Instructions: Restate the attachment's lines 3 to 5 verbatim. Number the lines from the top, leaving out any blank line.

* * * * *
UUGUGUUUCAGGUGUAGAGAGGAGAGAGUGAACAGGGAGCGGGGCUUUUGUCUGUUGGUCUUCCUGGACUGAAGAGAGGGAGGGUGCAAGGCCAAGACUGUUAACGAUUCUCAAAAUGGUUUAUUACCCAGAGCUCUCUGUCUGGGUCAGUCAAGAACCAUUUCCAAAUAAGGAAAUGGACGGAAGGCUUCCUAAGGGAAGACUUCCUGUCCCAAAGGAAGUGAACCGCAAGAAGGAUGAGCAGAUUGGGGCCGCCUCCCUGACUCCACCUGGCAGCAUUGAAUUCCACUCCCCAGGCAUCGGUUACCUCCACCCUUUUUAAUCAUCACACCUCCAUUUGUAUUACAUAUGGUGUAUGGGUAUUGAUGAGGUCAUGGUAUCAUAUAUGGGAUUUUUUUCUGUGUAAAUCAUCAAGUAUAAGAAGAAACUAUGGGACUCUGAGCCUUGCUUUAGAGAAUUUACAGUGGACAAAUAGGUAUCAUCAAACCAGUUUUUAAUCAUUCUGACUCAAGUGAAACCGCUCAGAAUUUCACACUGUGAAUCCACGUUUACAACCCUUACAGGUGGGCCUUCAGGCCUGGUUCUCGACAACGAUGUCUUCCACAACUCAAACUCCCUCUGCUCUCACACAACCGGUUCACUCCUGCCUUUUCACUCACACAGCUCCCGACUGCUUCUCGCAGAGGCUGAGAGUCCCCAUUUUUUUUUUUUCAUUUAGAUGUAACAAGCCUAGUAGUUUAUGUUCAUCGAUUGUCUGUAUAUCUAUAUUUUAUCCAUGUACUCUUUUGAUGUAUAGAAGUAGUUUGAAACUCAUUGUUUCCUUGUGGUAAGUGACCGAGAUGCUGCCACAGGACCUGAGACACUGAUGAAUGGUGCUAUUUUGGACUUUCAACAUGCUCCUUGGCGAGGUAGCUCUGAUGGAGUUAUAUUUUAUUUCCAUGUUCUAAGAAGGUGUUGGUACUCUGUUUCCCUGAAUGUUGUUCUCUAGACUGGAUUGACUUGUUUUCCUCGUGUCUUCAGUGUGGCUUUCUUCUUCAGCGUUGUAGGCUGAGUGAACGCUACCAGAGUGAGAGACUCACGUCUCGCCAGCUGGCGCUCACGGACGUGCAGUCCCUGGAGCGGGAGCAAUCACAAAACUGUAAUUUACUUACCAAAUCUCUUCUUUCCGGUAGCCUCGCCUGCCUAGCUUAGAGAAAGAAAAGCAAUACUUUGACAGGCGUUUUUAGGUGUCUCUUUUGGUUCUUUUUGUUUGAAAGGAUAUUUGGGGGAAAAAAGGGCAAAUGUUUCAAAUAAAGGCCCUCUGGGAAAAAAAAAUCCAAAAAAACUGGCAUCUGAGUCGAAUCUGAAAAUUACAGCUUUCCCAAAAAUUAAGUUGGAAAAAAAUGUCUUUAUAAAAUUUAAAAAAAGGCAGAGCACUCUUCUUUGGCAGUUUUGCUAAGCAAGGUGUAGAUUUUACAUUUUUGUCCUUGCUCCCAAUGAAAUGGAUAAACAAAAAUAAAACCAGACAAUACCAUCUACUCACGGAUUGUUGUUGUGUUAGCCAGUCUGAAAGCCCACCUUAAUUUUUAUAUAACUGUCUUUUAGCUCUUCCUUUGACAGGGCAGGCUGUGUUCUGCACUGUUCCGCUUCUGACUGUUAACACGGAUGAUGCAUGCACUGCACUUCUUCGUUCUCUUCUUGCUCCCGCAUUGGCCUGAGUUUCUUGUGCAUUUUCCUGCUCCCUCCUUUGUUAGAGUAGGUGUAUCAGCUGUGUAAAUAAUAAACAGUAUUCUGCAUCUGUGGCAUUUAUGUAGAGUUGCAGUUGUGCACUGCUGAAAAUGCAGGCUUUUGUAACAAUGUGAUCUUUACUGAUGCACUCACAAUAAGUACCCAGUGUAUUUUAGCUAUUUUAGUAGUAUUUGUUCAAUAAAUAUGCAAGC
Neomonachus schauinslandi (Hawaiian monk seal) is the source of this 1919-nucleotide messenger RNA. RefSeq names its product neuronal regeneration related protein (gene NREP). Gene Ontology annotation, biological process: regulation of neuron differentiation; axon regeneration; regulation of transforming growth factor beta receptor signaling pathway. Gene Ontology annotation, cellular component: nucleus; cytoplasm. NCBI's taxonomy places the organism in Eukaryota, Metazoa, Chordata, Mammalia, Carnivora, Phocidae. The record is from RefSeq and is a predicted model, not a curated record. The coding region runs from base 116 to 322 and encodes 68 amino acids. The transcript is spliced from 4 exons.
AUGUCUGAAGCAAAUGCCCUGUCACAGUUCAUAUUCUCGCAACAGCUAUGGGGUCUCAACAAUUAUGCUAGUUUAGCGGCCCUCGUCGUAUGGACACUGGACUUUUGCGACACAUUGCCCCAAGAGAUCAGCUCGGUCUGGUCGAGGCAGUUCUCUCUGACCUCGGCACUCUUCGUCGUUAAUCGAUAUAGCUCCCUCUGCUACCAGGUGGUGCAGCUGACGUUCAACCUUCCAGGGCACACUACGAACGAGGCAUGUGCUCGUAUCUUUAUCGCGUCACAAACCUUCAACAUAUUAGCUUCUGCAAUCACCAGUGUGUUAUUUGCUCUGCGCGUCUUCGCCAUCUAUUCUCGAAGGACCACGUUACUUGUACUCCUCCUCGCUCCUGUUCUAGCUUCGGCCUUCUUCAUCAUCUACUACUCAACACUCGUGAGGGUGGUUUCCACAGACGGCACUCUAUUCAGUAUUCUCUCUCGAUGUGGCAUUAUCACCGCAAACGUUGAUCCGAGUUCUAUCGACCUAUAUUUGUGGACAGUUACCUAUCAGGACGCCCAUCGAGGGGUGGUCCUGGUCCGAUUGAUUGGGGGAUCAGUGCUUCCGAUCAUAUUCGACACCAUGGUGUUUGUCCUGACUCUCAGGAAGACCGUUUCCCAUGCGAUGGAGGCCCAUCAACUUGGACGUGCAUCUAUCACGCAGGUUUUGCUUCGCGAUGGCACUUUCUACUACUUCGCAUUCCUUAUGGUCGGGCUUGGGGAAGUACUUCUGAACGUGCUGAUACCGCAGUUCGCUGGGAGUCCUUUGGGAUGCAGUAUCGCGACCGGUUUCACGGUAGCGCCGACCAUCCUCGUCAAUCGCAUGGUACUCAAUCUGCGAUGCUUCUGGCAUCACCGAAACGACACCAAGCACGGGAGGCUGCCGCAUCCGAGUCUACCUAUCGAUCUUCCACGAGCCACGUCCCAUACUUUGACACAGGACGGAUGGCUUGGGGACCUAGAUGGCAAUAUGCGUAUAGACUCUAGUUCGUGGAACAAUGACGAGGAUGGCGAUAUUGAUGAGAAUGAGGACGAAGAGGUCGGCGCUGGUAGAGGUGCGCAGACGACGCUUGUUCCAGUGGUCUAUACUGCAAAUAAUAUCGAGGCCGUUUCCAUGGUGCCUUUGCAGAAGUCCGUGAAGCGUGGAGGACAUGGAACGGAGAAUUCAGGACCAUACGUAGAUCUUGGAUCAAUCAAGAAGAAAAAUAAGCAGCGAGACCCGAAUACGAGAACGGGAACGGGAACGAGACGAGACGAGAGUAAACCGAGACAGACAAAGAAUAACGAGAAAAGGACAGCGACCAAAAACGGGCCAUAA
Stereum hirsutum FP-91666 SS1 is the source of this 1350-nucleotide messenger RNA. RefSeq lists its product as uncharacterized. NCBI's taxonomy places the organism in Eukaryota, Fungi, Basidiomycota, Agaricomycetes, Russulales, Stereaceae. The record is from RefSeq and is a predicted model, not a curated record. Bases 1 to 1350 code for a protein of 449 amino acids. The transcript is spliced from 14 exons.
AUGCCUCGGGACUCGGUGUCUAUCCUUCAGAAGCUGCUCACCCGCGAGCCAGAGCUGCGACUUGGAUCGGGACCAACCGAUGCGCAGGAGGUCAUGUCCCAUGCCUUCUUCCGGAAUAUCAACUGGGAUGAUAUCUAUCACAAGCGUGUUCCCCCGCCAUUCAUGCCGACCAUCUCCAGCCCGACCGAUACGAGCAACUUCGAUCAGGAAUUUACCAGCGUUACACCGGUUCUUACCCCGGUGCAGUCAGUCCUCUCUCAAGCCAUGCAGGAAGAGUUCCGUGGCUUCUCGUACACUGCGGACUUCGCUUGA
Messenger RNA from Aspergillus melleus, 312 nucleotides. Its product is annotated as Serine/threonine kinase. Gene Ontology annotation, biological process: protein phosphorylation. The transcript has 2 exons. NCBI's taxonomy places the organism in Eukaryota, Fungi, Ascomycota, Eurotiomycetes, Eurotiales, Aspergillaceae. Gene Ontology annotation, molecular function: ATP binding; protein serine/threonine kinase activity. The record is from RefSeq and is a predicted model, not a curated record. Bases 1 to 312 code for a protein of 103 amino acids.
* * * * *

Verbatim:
AUGUCUGAAGCAAAUGCCCUGUCACAGUUCAUAUUCUCGCAACAGCUAUGGGGUCUCAACAAUUAUGCUAGUUUAGCGGCCCUCGUCGUAUGGACACUGGACUUUUGCGACACAUUGCCCCAAGAGAUCAGCUCGGUCUGGUCGAGGCAGUUCUCUCUGACCUCGGCACUCUUCGUCGUUAAUCGAUAUAGCUCCCUCUGCUACCAGGUGGUGCAGCUGACGUUCAACCUUCCAGGGCACACUACGAACGAGGCAUGUGCUCGUAUCUUUAUCGCGUCACAAACCUUCAACAUAUUAGCUUCUGCAAUCACCAGUGUGUUAUUUGCUCUGCGCGUCUUCGCCAUCUAUUCUCGAAGGACCACGUUACUUGUACUCCUCCUCGCUCCUGUUCUAGCUUCGGCCUUCUUCAUCAUCUACUACUCAACACUCGUGAGGGUGGUUUCCACAGACGGCACUCUAUUCAGUAUUCUCUCUCGAUGUGGCAUUAUCACCGCAAACGUUGAUCCGAGUUCUAUCGACCUAUAUUUGUGGACAGUUACCUAUCAGGACGCCCAUCGAGGGGUGGUCCUGGUCCGAUUGAUUGGGGGAUCAGUGCUUCCGAUCAUAUUCGACACCAUGGUGUUUGUCCUGACUCUCAGGAAGACCGUUUCCCAUGCGAUGGAGGCCCAUCAACUUGGACGUGCAUCUAUCACGCAGGUUUUGCUUCGCGAUGGCACUUUCUACUACUUCGCAUUCCUUAUGGUCGGGCUUGGGGAAGUACUUCUGAACGUGCUGAUACCGCAGUUCGCUGGGAGUCCUUUGGGAUGCAGUAUCGCGACCGGUUUCACGGUAGCGCCGACCAUCCUCGUCAAUCGCAUGGUACUCAAUCUGCGAUGCUUCUGGCAUCACCGAAACGACACCAAGCACGGGAGGCUGCCGCAUCCGAGUCUACCUAUCGAUCUUCCACGAGCCACGUCCCAUACUUUGACACAGGACGGAUGGCUUGGGGACCUAGAUGGCAAUAUGCGUAUAGACUCUAGUUCGUGGAACAAUGACGAGGAUGGCGAUAUUGAUGAGAAUGAGGACGAAGAGGUCGGCGCUGGUAGAGGUGCGCAGACGACGCUUGUUCCAGUGGUCUAUACUGCAAAUAAUAUCGAGGCCGUUUCCAUGGUGCCUUUGCAGAAGUCCGUGAAGCGUGGAGGACAUGGAACGGAGAAUUCAGGACCAUACGUAGAUCUUGGAUCAAUCAAGAAGAAAAAUAAGCAGCGAGACCCGAAUACGAGAACGGGAACGGGAACGAGACGAGACGAGAGUAAACCGAGACAGACAAAGAAUAACGAGAAAAGGACAGCGACCAAAAACGGGCCAUAA
Stereum hirsutum FP-91666 SS1 is the source of this 1350-nucleotide messenger RNA. RefSeq lists its product as uncharacterized. NCBI's taxonomy places the organism in Eukaryota, Fungi, Basidiomycota, Agaricomycetes, Russulales, Stereaceae. The record is from RefSeq and is a predicted model, not a curated record. Bases 1 to 1350 code for a protein of 449 amino acids. The transcript is spliced from 14 exons.
AUGCCUCGGGACUCGGUGUCUAUCCUUCAGAAGCUGCUCACCCGCGAGCCAGAGCUGCGACUUGGAUCGGGACCAACCGAUGCGCAGGAGGUCAUGUCCCAUGCCUUCUUCCGGAAUAUCAACUGGGAUGAUAUCUAUCACAAGCGUGUUCCCCCGCCAUUCAUGCCGACCAUCUCCAGCCCGACCGAUACGAGCAACUUCGAUCAGGAAUUUACCAGCGUUACACCGGUUCUUACCCCGGUGCAGUCAGUCCUCUCUCAAGCCAUGCAGGAAGAGUUCCGUGGCUUCUCGUACACUGCGGACUUCGCUUGA